I’m sure you can see how my example service models could be created using the classic OpenFlow SDN model. The heavy lifting on the recipes would have to be done with those infamous “northbound APIs” where nobody seems to want to do anything today except replicate what we can do without SDN—Ethernet and IP. But the big problem is socializing those experiences/behaviors in the service buyer community. How do we make people want services they don’t now have and possibly can’t even get their heads around? We have a lot of work to be done in creating a realization that this sort of thing is even possible, and we don’t have much of an appetite for that sort of thing today, given that public network vendors are constrained to kiss Wall Street babies every quarter and don’t want to spend more on R&D and marketing but less.
And NFV is even more complicated. I’ve blogged here about the notion of contextual services and their value, and virtually everyone I’ve talked with agrees that this is likely the future of networking. Contextual services require a new model of application/service workflow, one that composes services extemporaneously based on user requests. Something dynamic and agile like NFV would be ideal for this, but it’s a service concept that’s recognized by its early examples (LBS, contextual search) but somehow not seen as a large iceberg under the current tip. Can the NFV community drive a better vision? Remember that it’s science and operations guys driving the bus.
I really think this is all due to a common, insidious, problem. Because we want to be able to demonstrate immediate implementation and monetization, we start everything at the bottom. We have built SDN from a protocol to control forwarding table entries, and Cisco is presenting a notion of policy-based networks that starts with a protocol that lets us push policies. What policies, what value, what service model lies behind any of this? If we were to say “I can build a service that is totally disconnected from today’s device and protocol limits” would we start by defining protocols and virtual devices? I don’t think so.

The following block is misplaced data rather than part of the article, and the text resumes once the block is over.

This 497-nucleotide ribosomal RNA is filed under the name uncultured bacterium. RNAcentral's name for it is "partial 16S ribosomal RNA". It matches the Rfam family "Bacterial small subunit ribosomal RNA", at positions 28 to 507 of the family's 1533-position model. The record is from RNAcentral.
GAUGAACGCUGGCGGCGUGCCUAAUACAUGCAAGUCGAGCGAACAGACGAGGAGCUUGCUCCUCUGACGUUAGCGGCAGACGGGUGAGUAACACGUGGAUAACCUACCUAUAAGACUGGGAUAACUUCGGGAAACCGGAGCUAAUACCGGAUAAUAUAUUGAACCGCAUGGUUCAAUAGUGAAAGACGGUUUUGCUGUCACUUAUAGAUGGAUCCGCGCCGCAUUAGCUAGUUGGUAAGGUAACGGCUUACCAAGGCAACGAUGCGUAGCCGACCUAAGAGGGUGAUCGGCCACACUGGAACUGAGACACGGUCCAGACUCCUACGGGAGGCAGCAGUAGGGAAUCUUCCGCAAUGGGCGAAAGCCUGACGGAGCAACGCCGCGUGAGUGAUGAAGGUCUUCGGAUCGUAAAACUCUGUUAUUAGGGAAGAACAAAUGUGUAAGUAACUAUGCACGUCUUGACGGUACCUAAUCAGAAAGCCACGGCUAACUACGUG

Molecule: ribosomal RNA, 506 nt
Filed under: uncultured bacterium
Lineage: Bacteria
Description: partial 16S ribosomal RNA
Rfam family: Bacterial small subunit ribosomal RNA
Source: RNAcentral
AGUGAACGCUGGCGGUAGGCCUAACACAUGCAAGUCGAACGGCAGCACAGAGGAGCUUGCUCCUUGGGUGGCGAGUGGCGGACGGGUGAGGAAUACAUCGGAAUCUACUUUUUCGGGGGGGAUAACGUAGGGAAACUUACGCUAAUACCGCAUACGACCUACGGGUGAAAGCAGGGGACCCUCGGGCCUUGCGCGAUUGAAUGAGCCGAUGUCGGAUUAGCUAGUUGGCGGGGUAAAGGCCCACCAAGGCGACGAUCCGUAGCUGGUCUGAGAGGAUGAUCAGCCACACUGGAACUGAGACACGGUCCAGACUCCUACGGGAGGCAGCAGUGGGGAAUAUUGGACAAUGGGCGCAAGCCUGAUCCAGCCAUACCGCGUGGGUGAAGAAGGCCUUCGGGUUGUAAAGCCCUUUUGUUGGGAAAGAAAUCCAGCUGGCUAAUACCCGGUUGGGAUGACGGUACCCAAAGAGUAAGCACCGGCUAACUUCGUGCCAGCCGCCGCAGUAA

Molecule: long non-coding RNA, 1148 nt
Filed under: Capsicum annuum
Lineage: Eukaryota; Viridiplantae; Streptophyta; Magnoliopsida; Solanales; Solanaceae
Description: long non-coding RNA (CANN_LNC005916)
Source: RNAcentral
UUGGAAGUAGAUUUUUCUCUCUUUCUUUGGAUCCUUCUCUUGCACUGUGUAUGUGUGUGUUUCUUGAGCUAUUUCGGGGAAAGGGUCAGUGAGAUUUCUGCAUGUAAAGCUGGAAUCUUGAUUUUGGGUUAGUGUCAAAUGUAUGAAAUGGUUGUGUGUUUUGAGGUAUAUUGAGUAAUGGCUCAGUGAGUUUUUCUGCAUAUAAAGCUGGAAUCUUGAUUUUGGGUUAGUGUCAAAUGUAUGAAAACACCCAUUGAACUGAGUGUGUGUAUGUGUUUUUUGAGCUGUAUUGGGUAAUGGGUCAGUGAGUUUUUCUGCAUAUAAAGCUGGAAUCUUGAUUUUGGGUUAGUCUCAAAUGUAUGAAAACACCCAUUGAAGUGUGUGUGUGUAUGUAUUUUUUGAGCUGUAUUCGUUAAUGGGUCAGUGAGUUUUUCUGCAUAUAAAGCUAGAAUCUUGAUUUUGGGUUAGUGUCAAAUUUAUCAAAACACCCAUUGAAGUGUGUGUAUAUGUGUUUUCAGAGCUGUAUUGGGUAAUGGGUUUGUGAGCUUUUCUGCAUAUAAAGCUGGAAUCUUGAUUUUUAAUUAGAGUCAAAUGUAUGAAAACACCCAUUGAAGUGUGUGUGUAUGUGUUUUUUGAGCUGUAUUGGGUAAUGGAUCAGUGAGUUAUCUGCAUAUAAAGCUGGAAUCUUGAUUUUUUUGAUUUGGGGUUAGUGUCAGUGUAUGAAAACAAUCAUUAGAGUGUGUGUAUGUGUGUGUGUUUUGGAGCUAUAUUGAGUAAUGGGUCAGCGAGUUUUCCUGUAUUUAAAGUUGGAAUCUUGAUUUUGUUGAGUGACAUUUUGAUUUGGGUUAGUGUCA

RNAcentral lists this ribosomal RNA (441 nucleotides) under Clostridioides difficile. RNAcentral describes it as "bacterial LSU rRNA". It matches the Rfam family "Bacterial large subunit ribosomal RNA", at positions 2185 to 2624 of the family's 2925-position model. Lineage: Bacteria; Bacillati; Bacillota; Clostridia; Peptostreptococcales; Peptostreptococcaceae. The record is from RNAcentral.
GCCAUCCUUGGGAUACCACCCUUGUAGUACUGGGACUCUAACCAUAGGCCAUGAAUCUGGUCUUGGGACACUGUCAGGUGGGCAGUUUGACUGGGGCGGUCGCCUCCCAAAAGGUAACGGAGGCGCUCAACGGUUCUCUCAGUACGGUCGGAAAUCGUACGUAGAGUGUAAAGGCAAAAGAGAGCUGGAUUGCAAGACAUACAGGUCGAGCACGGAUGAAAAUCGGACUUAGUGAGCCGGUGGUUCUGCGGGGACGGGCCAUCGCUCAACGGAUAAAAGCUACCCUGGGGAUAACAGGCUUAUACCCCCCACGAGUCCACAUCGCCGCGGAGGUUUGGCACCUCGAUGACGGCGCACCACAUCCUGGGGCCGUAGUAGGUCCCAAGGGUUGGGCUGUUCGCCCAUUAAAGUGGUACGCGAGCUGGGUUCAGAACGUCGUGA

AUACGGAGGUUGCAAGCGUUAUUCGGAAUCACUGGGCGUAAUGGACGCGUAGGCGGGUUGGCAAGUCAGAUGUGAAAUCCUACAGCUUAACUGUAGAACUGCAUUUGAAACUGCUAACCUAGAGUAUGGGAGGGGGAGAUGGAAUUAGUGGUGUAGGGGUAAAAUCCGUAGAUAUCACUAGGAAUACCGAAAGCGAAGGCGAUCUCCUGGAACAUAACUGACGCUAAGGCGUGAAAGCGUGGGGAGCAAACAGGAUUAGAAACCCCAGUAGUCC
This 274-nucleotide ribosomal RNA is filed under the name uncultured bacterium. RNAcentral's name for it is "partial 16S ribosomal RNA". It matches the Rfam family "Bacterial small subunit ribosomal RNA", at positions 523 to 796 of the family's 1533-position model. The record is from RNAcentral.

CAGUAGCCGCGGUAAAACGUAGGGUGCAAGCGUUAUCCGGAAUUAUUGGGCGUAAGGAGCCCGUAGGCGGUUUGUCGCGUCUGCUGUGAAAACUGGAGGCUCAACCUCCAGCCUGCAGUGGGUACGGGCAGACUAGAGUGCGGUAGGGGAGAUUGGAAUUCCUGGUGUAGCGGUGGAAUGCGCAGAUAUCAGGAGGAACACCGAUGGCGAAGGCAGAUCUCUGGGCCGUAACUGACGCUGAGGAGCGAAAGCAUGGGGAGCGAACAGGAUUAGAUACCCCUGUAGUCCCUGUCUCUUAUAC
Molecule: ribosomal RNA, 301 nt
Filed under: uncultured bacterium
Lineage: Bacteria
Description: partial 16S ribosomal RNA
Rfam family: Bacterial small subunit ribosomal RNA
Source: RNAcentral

My model says there’s nearly a trillion dollars in “new” service opportunities that could be accessed, a pie large enough to make any service provider or network/IT vendor happy and change a lot of lives by introducing the new experiences and capabilities that this new stuff consists of. But we have to turn around a set of very entrenched practices, which isn’t easy without direction and drivers.
I’m convinced that contextual orchestration isn’t a long reach from the data-driven orchestration and management paradigms that seem to be emerging for the cloud, SDN, and NFV. What’s needed is a shift from a pure management vision (set up something and it runs based on internal rules) to the notion of service logic modeling. If the service logic is being assembled based on contextual needs, it’s the assembly part that’s new; once the “order” is completed then committing resources isn’t very different from provisioning except for the dynamism and duration of the commitment. Those impact the efficiency needs more than the basic logic or architecture.
I’d like to see some body take this up, but it’s not clear which would be best. The ONF, or NFV ISG or maybe OASIS or even the TMF? Whoever does it needs to clear their heads of low-level preconceptions though. We’ve had enough of those already.